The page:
Therefore, the JAXP 1.1 Expert Group (EG) introduced a set of APIs called Transformation API for XML (Tr AX) in JAXP 1.1, and since then, JAXP is called Java API for XML Processing.Thereafter, JAXP has evolved to an extent, where now it supports a lot more things (like validation against schema while parsing, validation against preparsed schema, evaluating XPath expressions, etc.,) than only parsing an XML document.The chapter introduces the Xerces download component, its integrated parser, documentation, and samples.You may use these samples as frameworks for further development.Along the way, the chapter introduces every important class and interface, so that by the end of the chapter, you will be adept in the construction of XML applications.We assume that you have at least an intermediate comfort level with Java, that you understand the concepts of paths and classpaths, that you have utilized Java packages, classes, and interfaces, and that you have experience writing, compiling, and running applications.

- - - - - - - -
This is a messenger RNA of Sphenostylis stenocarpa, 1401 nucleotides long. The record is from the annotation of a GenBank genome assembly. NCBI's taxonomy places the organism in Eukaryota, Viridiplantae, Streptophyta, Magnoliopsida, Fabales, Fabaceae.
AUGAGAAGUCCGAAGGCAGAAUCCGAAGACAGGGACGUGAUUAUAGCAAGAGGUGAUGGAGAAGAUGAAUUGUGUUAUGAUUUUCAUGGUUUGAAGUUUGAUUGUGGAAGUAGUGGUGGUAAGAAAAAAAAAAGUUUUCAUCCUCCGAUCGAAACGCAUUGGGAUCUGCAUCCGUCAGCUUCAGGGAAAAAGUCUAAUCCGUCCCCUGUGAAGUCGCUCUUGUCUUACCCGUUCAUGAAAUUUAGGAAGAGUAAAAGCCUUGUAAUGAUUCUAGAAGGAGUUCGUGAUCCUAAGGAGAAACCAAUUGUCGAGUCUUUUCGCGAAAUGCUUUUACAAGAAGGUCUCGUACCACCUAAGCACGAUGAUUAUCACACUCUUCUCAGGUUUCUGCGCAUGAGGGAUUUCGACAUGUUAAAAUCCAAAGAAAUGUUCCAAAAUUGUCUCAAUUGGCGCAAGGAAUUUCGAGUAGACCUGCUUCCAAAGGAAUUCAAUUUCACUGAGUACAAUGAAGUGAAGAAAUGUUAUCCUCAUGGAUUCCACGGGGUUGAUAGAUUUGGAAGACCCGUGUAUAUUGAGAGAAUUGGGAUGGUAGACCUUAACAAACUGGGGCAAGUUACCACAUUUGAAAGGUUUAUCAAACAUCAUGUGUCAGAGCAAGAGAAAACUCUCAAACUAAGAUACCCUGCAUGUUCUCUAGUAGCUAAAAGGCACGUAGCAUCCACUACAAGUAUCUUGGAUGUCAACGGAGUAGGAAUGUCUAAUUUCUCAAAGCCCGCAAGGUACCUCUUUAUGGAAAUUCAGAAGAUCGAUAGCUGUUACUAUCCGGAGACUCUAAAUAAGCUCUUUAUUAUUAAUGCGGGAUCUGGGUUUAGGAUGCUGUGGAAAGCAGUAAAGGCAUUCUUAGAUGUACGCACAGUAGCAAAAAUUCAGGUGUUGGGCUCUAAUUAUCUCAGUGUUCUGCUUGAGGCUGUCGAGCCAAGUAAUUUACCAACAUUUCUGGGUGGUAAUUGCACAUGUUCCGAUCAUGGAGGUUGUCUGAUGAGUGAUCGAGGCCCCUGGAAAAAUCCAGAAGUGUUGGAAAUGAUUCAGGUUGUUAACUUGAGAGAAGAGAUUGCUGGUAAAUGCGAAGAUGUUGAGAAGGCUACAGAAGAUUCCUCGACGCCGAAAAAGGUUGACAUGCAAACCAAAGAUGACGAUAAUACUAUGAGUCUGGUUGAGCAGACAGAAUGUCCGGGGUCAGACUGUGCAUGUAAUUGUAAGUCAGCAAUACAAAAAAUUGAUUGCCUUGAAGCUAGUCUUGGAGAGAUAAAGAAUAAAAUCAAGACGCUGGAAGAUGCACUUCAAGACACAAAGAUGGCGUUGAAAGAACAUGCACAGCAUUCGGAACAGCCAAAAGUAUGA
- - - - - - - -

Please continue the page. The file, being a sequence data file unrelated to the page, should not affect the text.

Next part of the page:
In the following we are going to see a demo application which output all SAX events.
Since these are checked exceptions, you’ll need to either catch these exceptions or declare that your method throws them. However, most parsers also support some non-standard, custom properties.
The names of these will begin with URLs somewhere in the parser vendor’s domain.
SAX is fast and efficient and it is useful for state-independent filtering.
SAX parser calls a method when an element tag is encountered and calls a different method when text is found.
If you meet these requirements, and are comfortable with previous chapters, then hop on board.